In its own way, Singapore is an sanctuary in Southeast Asia. It’s got one of the lowest crime rates in the world, and its infrastructure — from road and mass-transit systems to a state-of-the-art airport at Changi — is outstandingly refined. The city itself is clean — so much so that the sale of chewing gum is forbidden, and eating or drinking on the subway can result in a heavy fine! Singapore’s modern, dynamic vibe could be a pro or con, depending on party sensibilities: it’s more sterile than any city in the world.
The city-state of Singapore, connected with manmade bridges to Malaysia, is really an island — and not just one. It includes a main island and more than 60 surrounding islets. The mainland is 26 miles east to west and 14 miles north to south. In the north, it shares a border with Malaysia; in the south, islands belonging to Indonesia can be visited via a small ferry ride. Singapore is located just north of the equator and is sultry, tropical and humid year-round.
Singapore is one of the world’s largest banking and transportation hubs, and a standard stopover for folks traveling between Europe and Australia. With five million people, it’s the second most densely populated country in the world. Here are a lot of people in the streets and shopping areas and on public transportation, but it normally does not feel as crowded as generous city centers in the United States. As a matter of fact, the modern design of the city has helped to eliminate any feeling of congestion.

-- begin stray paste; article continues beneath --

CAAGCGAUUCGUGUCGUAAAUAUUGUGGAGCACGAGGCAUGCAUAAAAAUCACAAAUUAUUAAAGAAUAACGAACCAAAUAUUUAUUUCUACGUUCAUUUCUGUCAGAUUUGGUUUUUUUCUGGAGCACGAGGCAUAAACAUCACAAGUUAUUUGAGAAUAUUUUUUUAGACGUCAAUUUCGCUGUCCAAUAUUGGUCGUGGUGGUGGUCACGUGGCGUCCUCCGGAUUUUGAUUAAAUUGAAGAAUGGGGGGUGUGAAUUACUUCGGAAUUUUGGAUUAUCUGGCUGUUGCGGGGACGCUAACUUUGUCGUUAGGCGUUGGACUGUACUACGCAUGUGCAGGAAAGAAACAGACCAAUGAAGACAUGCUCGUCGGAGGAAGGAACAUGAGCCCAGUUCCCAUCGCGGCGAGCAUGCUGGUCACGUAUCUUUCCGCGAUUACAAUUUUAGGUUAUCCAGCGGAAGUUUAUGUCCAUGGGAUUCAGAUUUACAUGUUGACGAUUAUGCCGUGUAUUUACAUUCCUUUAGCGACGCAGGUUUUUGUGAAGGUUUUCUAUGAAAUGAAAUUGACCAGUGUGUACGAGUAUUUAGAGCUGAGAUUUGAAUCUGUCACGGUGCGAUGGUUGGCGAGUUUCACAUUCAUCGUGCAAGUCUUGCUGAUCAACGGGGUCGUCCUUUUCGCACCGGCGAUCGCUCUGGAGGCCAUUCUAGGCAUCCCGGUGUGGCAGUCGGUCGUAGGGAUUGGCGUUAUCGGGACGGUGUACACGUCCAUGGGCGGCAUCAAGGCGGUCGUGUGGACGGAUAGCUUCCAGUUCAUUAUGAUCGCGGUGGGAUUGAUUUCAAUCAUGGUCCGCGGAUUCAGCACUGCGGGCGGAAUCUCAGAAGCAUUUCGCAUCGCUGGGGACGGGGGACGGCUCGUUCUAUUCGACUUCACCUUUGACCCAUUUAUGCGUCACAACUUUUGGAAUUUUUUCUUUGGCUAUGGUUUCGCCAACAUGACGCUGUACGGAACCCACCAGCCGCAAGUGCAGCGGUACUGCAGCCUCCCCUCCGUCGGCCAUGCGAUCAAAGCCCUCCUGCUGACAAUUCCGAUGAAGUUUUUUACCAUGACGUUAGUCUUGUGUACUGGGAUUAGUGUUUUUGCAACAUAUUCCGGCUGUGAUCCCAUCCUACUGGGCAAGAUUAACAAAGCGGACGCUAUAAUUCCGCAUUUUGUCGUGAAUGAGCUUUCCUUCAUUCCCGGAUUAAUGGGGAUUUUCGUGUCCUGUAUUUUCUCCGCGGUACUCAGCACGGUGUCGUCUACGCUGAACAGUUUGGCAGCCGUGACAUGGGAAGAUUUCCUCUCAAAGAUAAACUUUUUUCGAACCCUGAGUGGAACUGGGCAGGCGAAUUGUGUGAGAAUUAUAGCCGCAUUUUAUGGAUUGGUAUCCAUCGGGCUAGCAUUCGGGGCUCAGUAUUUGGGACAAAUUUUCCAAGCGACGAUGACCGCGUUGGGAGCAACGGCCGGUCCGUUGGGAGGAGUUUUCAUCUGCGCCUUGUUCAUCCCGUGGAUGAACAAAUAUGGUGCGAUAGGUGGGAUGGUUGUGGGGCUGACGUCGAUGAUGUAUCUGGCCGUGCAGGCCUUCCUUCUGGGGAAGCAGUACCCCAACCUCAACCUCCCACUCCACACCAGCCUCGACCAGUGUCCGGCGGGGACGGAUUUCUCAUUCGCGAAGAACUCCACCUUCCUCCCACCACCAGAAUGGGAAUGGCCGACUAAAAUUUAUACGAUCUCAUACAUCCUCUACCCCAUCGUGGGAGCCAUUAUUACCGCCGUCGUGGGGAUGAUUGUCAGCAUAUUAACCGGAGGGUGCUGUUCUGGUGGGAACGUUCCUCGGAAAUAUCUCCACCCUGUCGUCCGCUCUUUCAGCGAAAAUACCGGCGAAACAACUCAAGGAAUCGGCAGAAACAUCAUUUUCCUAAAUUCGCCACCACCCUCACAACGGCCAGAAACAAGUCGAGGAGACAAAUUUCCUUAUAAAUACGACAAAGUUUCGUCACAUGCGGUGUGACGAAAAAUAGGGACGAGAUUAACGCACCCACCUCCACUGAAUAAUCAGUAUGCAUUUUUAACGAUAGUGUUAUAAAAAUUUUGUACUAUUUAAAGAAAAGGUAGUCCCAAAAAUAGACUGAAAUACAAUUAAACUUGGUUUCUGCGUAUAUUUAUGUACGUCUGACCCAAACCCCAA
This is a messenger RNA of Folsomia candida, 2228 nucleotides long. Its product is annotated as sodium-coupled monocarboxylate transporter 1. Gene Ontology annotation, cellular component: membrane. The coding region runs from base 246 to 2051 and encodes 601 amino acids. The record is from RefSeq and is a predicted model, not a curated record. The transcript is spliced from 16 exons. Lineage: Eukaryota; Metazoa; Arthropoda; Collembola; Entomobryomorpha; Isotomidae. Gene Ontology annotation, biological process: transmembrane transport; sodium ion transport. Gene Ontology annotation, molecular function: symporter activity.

Like Hong Kong, Singapore is a city with fantastic cultural diversity, well-developed infrastructure and a very cosmopolitan feeling. It’s easily navigable for visitors, with most tourist attractions concentrated in three areas: Orchard Road, the colonial district and Sentosa.